Protect Health of Homeless Children
The term “homeless children” refers individuals who lack a fixed, regular, and adequate nighttime residence and includes children who are sharing the housing of other persons due to loss of housing, economic hardship, or a similar reason.
Homeless children used to live in motels, hotels, trailer parks, or camping grounds due to the lack of alternative accommodations. Such children are living in emergency or transitional shelters, are abandoned in hospitals, awaiting foster care placement, in cars, parks, public spaces, abandoned buildings, substandard housing, bus or train stations, or similar settings.
Homeless children do not know where his or her next meal is coming from and where he or she is spending the night. There are various reasons for homeless children. Some of the reasons include Poverty and financial hardship, death of parents, Single parent and the cultural stigma associated with children born to single mothers, restrictions regarding access to abortion, pregnancy as a result of rape, abuse or force by partner, dysfunctional family, disowning of children for some moral reasons, sexual orientation or gender identity issues, war and political unrest and so on.
There are several negative consequences on the health of homeless children such as deprivation of health needs and opportunities, Common diseases and injuries, effects on sexual and reproductive health, effects on mental health, Starvation and malnutrition, physical and sexual assaults, involvement in drugs and prostitution etc. It might be difficult to trust others when in distress, which may lead to persistent experiences of anxiety or anger. Insecure attachments alter the normal developmental process for children, which can severely affect a child’s ability to communicate and interact with others and form healthy relationships throughout their life. Children experiencing PTSD symptoms are also often found to be experiencing other disorders such as anxiety, insomnia, eating disorders, anger issues, depression, substance abuse, attention deficit hyperactivity disorder, oppositional defiant etc.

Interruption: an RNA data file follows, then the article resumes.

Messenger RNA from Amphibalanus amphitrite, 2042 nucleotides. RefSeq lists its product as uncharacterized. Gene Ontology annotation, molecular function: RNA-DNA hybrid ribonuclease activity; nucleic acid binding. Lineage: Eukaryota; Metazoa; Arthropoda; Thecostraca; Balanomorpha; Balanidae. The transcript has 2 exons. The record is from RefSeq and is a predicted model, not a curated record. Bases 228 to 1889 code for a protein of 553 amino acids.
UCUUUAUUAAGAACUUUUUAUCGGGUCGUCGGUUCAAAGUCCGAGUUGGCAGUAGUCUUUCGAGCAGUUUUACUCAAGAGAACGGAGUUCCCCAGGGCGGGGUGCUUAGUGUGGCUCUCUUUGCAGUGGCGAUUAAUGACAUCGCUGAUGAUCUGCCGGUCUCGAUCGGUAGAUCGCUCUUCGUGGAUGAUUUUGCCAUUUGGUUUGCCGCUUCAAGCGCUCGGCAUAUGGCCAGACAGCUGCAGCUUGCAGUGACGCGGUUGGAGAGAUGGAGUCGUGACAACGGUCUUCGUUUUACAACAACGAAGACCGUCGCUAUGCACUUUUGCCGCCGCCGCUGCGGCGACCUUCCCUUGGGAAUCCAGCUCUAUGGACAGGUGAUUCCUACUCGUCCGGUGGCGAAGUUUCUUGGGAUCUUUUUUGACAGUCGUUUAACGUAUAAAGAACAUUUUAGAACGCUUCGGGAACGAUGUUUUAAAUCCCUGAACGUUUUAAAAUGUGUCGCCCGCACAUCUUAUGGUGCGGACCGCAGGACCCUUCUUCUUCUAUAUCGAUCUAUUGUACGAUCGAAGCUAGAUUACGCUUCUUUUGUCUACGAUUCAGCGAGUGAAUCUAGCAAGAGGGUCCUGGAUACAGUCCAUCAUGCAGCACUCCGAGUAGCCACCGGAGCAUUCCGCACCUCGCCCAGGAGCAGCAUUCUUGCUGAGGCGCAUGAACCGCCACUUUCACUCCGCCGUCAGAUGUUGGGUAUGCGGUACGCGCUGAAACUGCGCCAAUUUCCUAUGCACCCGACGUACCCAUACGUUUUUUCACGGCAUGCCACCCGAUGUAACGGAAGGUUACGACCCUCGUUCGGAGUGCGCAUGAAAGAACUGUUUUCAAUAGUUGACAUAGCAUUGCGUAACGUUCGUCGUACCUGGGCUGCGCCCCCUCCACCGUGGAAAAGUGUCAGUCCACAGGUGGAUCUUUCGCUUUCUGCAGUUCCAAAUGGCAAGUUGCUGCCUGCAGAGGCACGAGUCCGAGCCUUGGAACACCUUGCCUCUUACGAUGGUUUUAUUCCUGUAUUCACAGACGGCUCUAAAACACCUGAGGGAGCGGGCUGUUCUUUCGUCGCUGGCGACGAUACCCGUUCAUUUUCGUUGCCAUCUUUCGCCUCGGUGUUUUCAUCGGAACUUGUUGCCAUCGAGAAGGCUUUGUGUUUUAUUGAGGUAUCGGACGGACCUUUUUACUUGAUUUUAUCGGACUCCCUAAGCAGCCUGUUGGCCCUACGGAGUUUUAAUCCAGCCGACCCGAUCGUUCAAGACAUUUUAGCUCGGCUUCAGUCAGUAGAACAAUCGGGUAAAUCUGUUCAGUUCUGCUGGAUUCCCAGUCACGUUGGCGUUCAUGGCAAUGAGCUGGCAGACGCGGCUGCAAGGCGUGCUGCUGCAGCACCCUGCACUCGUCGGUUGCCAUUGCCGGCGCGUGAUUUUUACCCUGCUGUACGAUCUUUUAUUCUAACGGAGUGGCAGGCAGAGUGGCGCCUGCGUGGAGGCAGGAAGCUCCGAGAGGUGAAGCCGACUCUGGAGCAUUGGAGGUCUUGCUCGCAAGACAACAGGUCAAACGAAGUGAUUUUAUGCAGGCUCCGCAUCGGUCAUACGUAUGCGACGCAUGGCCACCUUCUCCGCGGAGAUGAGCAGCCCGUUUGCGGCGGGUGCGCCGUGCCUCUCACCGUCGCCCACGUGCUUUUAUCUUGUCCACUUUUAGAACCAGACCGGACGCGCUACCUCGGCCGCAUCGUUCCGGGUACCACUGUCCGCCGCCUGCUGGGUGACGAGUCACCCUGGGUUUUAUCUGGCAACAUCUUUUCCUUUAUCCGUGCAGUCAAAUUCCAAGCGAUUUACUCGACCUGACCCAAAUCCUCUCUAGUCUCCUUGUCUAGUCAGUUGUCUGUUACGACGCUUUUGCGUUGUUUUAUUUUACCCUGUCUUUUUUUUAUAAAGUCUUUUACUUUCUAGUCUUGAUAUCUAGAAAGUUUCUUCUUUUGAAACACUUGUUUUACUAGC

The psychological effects of homeless children may lead to alcohol and drug abuse problems in adolescence and adulthood. There is increasing use of drugs, including intra-venous drugs used by some of the children. The threat of contracting HIV due to common sharing of needles and unsafe sexual behaviors is a problem among abandoned children. Lack of adequate food and consumption of poor diet puts them at risk of suffering from protein- energy malnutrition. Incidence of early manifestation of vitamin A deficiency i.e. night blindness is common in such children. Poor nutritional status as reflected in poor growth both mental and physical growth. Emotionally vulnerable and economically hard-up, homeless children are easily drawn into selling sexual favors and get involved in prostitution. These children are prime targets for STDs and HIV infection. These abandoned children have reduced access to health services and health information which increases their vulnerability to HIV/AIDS.
The health of homeless children can be protected and prevented from the negative consequences by the application of different strategies. Children having families should be reunited with their families. If it is not possible foster families, adoption and community homes can be identified and should be used as alternatives. Helplines, information, education and legal advice should be well equipped and disseminated for the wellbeing of such children. There should be Social assistance, day-care facilities, family planning and counseling services, better sex education, access to the abortion services, Parent ‘training centers’, active Social Network, financial support by the government and public Awareness.
Homeless children should be provided with life skill training and involved in capacity building activities, make suitable environment for these children to adjust and live such as their inclusion in schools and made the provision of regular health care and proper diagnosis and treatment of these children. Collaboration is necessary with governmental and non-governmental organizations and institutions not just for prevention but also for rehabilitation of such children.
-Amrit Bist, Nepal